W HEN Shakespeare first went to London he had a hard life. He found no better work to do than that of holding horses outside the theater doors. In those days the plays took place in the afternoon, and as many of the fine folk who came to watch them rode on horseback, some one was needed to look after the horses until the play was over. But poor though this work was, Shakespeare seems to have done it well, and he became such a favorite that he had several boys under him who were long known as "Shakespeare's boys." Their master, however, soon left work outside the theater for work inside. And now began the busiest years of his life, for he both acted and wrote. At first it may be he only altered and improved the plays of others. But soon he began to write plays that were all his own. Yet Shakespeare, like Chaucer, never invented any of his own stories. There is only one play of his, called Love's Labor's Lost, the story of which is not to be found in some earlier book. That, too, may have been founded on another story which is now lost.
When you come to know Shakespeare's plays well you will find it very interesting to follow his stories to their sources. That of King Lear, which is one of Shakespeare's great romantic historical plays, is, for instance, to be found in Geoffrey of Monmouth, in Wace's Brut, and in Layamon's Brut. But it was from none of these that Shakespeare took the story, but from the chronicle of a man named Holinshed who lived and wrote in the time of Queen Elizabeth, he in his turn having taken it from some one of the earlier sources.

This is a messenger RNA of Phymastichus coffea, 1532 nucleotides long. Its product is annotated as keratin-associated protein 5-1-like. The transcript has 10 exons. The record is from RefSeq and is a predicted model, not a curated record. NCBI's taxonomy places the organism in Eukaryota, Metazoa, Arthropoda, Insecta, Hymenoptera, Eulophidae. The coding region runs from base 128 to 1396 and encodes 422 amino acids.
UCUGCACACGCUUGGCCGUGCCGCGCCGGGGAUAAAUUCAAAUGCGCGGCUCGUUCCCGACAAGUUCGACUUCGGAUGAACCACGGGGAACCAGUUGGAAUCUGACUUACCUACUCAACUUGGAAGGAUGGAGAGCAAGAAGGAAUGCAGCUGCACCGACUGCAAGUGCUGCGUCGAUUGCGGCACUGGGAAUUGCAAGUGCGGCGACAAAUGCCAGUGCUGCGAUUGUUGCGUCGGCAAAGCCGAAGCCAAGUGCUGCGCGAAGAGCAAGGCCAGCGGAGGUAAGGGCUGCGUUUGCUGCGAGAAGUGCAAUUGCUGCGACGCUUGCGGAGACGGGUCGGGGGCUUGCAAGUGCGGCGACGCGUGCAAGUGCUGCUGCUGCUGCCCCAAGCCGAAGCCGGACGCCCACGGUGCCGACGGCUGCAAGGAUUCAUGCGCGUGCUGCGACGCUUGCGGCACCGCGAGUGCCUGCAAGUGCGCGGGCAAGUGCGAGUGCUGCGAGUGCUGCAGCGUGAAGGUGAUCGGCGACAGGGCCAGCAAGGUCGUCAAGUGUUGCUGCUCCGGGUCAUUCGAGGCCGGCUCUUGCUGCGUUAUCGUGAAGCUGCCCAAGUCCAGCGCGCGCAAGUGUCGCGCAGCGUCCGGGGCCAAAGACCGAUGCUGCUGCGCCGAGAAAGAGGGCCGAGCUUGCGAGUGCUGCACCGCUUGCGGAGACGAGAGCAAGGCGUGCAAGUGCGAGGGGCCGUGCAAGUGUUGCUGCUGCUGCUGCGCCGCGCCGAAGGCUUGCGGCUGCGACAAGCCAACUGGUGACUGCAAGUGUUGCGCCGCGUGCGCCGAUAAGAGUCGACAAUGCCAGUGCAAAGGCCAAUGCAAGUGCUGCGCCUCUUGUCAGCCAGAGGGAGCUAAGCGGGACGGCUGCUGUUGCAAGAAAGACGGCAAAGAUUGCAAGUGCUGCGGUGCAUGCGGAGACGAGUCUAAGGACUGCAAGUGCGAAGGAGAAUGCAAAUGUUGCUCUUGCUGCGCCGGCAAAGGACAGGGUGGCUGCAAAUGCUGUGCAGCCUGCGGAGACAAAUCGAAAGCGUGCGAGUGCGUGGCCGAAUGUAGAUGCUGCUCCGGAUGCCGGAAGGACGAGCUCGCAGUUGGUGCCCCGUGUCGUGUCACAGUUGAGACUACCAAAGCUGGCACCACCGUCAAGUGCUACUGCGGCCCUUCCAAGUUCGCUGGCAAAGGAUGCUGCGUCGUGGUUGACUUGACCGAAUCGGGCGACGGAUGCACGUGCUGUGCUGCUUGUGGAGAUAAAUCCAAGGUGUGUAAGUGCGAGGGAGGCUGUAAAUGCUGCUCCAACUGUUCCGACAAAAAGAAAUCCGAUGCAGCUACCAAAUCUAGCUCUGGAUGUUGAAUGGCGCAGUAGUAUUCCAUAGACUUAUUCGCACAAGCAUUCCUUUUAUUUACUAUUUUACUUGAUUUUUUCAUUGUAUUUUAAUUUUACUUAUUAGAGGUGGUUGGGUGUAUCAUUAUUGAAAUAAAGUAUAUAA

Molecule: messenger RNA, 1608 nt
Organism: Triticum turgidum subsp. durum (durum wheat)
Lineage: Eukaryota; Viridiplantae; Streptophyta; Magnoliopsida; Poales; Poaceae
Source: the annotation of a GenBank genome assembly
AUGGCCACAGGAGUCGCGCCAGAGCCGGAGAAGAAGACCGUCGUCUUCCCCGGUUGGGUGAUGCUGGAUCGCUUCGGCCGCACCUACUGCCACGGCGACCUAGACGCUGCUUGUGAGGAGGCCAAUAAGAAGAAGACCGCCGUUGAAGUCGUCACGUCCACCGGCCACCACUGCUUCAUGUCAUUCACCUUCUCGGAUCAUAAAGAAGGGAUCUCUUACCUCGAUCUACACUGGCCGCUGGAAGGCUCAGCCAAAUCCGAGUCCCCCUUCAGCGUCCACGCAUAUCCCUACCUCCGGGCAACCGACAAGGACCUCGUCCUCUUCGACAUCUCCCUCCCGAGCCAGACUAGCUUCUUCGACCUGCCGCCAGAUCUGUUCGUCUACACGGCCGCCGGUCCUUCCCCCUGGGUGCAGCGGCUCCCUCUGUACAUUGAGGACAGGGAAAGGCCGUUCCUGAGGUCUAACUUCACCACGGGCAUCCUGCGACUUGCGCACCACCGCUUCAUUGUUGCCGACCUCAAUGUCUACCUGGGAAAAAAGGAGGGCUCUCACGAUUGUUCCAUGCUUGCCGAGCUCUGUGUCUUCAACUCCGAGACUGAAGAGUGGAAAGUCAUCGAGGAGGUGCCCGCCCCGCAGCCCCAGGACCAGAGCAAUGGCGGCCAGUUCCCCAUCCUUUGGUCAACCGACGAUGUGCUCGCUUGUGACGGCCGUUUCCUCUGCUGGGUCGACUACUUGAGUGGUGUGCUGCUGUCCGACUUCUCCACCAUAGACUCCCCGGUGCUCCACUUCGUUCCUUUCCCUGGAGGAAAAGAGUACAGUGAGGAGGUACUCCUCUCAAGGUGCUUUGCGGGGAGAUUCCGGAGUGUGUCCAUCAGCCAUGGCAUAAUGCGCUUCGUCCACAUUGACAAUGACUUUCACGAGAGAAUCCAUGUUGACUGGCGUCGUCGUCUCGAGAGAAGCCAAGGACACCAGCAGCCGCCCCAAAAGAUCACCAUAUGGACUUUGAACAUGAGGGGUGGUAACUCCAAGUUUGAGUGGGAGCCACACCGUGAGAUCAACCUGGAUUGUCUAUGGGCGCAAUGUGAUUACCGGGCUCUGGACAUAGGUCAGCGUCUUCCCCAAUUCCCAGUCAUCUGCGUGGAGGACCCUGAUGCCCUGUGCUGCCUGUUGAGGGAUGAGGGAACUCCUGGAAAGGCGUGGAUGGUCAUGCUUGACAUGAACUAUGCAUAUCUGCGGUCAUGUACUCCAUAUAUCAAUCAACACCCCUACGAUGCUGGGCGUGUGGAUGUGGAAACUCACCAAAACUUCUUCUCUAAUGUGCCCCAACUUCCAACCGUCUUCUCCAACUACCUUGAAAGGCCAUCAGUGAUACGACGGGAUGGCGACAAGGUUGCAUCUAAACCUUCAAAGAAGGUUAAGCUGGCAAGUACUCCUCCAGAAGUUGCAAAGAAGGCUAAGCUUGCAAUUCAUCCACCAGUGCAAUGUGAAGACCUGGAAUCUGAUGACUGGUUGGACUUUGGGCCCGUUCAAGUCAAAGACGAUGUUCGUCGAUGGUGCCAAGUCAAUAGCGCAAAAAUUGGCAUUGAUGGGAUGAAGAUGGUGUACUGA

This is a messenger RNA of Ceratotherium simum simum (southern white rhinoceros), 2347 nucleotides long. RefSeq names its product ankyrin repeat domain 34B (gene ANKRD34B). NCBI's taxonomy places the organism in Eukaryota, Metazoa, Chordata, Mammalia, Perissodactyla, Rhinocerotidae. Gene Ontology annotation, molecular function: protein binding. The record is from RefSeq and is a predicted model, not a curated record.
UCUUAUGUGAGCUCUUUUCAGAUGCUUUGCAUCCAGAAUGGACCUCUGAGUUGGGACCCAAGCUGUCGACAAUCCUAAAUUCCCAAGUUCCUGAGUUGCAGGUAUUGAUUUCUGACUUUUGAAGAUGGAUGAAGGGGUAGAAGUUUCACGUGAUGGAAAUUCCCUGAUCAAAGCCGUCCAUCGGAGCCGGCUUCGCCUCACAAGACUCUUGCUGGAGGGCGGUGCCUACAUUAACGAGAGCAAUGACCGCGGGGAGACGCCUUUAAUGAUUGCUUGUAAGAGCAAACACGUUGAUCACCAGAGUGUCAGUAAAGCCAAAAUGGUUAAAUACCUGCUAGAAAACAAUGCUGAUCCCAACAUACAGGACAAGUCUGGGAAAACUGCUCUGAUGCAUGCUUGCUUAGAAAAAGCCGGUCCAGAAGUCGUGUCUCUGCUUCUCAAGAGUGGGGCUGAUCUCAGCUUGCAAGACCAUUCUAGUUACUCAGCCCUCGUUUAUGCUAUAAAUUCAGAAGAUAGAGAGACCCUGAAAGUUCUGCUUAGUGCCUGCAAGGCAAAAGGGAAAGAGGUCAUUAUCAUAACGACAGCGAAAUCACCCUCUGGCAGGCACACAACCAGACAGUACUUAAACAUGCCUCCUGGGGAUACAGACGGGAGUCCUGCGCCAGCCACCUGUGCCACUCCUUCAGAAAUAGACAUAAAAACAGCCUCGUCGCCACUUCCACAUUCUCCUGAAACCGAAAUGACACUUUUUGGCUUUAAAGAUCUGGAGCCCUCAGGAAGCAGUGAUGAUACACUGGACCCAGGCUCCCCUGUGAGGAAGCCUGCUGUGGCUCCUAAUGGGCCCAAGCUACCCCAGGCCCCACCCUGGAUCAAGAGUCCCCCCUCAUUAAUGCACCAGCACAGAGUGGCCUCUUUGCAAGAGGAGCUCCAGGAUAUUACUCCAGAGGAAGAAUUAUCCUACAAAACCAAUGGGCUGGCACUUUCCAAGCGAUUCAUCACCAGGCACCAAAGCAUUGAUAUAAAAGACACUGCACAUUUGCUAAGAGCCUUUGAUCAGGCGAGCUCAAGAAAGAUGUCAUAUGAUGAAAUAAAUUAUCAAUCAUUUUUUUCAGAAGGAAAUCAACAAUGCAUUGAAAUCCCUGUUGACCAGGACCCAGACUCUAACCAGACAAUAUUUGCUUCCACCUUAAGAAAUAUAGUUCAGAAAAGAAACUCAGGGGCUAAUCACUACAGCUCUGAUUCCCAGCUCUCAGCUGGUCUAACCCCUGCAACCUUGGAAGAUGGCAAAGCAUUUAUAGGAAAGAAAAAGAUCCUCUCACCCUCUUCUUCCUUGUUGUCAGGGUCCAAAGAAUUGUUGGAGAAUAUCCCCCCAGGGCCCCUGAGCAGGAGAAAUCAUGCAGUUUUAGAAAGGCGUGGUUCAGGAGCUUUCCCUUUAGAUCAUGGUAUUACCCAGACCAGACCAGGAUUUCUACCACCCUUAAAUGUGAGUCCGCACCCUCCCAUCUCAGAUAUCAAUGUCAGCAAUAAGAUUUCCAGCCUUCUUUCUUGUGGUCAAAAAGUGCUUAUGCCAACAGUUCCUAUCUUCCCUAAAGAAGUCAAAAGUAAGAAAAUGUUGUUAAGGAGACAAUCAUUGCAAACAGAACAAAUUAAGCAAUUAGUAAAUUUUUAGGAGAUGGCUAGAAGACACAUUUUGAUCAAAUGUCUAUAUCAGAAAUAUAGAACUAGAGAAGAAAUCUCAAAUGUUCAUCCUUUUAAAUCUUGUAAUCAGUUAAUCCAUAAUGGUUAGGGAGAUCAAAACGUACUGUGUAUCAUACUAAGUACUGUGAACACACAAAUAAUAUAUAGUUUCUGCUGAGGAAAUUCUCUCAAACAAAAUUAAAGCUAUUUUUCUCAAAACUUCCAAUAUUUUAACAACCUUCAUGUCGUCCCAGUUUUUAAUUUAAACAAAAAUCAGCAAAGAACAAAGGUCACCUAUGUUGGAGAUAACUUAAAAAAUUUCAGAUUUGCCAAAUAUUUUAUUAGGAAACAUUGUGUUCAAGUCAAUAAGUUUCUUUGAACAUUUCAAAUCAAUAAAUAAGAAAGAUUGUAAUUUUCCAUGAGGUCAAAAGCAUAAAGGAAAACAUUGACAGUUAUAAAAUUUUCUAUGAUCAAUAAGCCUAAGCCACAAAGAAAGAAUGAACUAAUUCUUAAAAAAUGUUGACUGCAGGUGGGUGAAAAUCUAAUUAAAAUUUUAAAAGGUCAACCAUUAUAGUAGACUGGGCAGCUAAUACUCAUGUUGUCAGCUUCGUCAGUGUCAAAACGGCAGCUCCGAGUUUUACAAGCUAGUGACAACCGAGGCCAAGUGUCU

For, after all, in spite of the thousands of books that have been written since the world began, there are only a certain number of stories which great writers have told again and again in varying ways. One instance of this we saw when in the beginning of this book we followed the story of Arthur.
But although Shakespeare borrowed his plots from others, when he had borrowed them he made them all his own. He made his people so vivid and so true that he makes us forget that they are not real people. We can hardly realize that they never lived, that they never walked and talked, and cried and laughed, loved and hated, in this world just as we do. And this is so because the stage to him is life and life a stage. "All the world's a stage," he says,
And again he tells us:
It is from Shakespeare's works that we get the clearest picture of Elizabethan times. And yet, although we learn from him so much of what people did in those days, of how they talked and even of how they thought, the chief thing that we feel about Shakespeare's characters is, not that they are Elizabethan, but that they are human, that they are like ourselves, that they think, and say, and do, things which we ourselves might think, and say, and do.
There are many books we read which we think of as very pretty,
very quaint, very interesting—but
Shakespeare's men and women speak and act and feel in the main as we might now. Many of his people we feel are our brothers and sisters. And to this human interest he adds something more, for he leads us too through "unpathed waters" to "the undreamed shores" of fairyland.
Shakespeare's writing time was short. Before he left Stratford
he wrote nothing unless it may have been a few scoffing verses
against the Justice of the Peace who punished him for poaching.
But these, if they were ever written, are lost. In the last few